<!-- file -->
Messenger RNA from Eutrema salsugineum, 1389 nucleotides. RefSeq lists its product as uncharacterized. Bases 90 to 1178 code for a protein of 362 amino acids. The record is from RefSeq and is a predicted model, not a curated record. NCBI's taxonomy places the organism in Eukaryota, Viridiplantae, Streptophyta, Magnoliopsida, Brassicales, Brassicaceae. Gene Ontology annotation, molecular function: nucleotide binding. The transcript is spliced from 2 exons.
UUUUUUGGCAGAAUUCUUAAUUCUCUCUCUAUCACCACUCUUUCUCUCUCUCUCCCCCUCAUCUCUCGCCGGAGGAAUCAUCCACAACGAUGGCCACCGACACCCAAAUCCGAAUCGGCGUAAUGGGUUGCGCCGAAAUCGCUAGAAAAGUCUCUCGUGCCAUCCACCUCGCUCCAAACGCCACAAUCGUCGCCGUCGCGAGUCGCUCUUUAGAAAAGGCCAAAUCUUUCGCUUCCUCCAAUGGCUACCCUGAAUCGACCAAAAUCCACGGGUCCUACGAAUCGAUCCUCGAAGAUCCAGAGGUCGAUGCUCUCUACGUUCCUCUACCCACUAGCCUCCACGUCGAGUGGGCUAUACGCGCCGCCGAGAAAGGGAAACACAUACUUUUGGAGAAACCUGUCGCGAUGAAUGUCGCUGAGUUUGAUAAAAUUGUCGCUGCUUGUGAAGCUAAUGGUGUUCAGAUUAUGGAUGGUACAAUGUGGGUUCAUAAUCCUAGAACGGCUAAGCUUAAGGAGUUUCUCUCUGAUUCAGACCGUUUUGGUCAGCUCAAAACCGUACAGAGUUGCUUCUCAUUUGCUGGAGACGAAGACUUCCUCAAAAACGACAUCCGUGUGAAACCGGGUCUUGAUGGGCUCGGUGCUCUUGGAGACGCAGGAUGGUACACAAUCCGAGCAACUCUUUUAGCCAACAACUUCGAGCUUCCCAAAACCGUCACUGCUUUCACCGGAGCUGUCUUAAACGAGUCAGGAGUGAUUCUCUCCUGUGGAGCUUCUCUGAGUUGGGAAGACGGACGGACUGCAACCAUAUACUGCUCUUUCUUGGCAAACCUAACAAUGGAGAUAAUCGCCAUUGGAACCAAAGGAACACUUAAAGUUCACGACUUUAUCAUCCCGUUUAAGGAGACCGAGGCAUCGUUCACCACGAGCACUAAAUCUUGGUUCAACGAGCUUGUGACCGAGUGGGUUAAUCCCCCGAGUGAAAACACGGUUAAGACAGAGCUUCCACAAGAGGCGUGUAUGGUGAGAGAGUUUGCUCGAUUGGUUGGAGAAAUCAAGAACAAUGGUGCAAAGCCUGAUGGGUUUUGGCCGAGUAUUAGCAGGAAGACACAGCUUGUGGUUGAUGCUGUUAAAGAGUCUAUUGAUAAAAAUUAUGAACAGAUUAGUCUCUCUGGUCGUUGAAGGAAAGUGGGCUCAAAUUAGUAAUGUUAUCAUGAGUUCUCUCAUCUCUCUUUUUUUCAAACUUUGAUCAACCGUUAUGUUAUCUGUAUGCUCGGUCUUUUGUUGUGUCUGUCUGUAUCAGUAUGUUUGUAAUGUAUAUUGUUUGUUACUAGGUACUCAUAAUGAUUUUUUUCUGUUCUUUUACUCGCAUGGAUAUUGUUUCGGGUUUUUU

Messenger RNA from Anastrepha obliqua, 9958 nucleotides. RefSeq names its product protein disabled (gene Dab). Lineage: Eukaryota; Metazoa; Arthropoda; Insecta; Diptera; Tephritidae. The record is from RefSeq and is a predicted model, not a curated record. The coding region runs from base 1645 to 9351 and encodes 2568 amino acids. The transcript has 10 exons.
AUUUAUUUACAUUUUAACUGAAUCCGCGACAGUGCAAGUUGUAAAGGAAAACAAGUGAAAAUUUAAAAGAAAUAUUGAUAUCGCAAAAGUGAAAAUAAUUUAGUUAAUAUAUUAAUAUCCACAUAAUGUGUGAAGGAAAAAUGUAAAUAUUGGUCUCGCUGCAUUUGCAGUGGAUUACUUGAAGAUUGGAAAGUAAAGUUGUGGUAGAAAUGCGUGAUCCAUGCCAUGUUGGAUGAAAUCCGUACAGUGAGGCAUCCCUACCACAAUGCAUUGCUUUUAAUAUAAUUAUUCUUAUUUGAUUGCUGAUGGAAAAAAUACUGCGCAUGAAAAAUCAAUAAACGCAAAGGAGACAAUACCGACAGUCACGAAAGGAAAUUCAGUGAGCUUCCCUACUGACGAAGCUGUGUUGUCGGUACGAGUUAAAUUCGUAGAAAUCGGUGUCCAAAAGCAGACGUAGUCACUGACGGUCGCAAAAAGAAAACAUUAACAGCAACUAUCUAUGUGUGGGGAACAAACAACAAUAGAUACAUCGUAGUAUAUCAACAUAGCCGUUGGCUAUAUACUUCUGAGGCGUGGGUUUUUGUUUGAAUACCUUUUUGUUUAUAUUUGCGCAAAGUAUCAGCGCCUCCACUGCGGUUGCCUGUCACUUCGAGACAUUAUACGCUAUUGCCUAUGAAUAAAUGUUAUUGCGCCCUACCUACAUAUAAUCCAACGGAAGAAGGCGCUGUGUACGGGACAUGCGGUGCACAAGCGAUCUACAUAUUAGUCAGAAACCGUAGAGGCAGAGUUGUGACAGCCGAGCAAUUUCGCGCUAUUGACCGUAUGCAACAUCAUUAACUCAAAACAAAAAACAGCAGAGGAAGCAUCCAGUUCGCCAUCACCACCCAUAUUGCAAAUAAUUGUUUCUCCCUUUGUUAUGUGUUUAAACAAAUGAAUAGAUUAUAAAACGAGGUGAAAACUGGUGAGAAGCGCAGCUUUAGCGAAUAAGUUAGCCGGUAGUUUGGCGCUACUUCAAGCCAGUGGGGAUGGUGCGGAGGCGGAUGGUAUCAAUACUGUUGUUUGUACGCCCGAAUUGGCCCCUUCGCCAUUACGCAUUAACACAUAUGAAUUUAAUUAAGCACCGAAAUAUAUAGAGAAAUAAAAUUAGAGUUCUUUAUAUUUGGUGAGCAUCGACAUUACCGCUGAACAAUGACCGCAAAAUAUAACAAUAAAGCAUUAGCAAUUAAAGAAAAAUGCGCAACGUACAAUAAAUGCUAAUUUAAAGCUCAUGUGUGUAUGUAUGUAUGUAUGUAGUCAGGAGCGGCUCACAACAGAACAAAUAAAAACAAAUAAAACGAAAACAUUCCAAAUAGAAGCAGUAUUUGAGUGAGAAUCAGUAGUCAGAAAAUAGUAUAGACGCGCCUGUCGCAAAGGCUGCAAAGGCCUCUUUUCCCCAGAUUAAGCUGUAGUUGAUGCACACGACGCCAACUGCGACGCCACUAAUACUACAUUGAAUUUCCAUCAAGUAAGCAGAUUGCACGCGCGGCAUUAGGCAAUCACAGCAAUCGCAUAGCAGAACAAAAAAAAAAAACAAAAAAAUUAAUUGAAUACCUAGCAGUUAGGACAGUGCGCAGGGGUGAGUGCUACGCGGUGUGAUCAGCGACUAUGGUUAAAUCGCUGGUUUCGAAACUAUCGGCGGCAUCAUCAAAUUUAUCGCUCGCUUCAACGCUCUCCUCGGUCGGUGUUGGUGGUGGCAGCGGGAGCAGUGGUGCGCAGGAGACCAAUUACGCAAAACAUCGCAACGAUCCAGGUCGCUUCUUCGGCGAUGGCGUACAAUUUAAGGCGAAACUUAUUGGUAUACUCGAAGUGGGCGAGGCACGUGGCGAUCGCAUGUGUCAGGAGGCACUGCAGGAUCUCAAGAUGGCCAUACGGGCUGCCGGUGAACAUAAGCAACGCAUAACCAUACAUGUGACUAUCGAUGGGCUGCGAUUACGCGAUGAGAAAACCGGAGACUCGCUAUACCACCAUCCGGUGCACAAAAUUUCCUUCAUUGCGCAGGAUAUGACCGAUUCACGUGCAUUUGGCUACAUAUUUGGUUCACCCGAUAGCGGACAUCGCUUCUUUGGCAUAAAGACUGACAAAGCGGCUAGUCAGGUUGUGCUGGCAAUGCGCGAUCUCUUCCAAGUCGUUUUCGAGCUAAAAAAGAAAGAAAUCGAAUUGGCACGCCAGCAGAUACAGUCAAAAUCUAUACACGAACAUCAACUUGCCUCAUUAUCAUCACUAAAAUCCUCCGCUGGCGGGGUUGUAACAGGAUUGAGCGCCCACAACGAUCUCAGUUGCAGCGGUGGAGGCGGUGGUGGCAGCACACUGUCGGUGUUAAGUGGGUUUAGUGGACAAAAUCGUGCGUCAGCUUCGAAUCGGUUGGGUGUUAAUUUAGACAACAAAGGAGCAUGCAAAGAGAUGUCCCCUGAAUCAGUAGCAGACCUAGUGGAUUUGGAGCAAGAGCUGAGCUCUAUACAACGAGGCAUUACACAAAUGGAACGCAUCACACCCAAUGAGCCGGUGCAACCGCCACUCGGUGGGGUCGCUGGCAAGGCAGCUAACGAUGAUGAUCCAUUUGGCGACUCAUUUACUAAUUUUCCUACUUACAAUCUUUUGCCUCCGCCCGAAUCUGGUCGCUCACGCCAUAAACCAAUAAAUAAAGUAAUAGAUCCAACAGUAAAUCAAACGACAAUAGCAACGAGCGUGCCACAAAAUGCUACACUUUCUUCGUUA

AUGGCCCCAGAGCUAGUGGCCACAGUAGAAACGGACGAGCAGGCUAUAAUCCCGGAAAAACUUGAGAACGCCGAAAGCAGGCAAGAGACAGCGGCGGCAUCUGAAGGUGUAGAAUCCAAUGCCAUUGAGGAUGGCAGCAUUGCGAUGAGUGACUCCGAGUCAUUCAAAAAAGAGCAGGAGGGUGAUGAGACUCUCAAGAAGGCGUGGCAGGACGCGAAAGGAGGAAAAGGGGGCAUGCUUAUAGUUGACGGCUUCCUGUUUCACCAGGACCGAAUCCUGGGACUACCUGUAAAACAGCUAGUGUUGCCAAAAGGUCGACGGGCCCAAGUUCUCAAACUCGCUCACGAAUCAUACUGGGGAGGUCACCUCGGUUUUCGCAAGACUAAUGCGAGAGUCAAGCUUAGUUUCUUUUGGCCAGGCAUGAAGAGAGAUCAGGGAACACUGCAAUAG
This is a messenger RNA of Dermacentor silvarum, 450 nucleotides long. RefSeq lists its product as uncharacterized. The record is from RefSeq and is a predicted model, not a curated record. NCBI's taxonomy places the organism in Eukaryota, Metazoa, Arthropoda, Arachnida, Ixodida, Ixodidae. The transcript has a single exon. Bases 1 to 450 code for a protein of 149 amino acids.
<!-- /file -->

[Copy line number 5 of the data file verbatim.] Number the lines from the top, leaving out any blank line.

AUGGCCCCAGAGCUAGUGGCCACAGUAGAAACGGACGAGCAGGCUAUAAUCCCGGAAAAACUUGAGAACGCCGAAAGCAGGCAAGAGACAGCGGCGGCAUCUGAAGGUGUAGAAUCCAAUGCCAUUGAGGAUGGCAGCAUUGCGAUGAGUGACUCCGAGUCAUUCAAAAAAGAGCAGGAGGGUGAUGAGACUCUCAAGAAGGCGUGGCAGGACGCGAAAGGAGGAAAAGGGGGCAUGCUUAUAGUUGACGGCUUCCUGUUUCACCAGGACCGAAUCCUGGGACUACCUGUAAAACAGCUAGUGUUGCCAAAAGGUCGACGGGCCCAAGUUCUCAAACUCGCUCACGAAUCAUACUGGGGAGGUCACCUCGGUUUUCGCAAGACUAAUGCGAGAGUCAAGCUUAGUUUCUUUUGGCCAGGCAUGAAGAGAGAUCAGGGAACACUGCAAUAG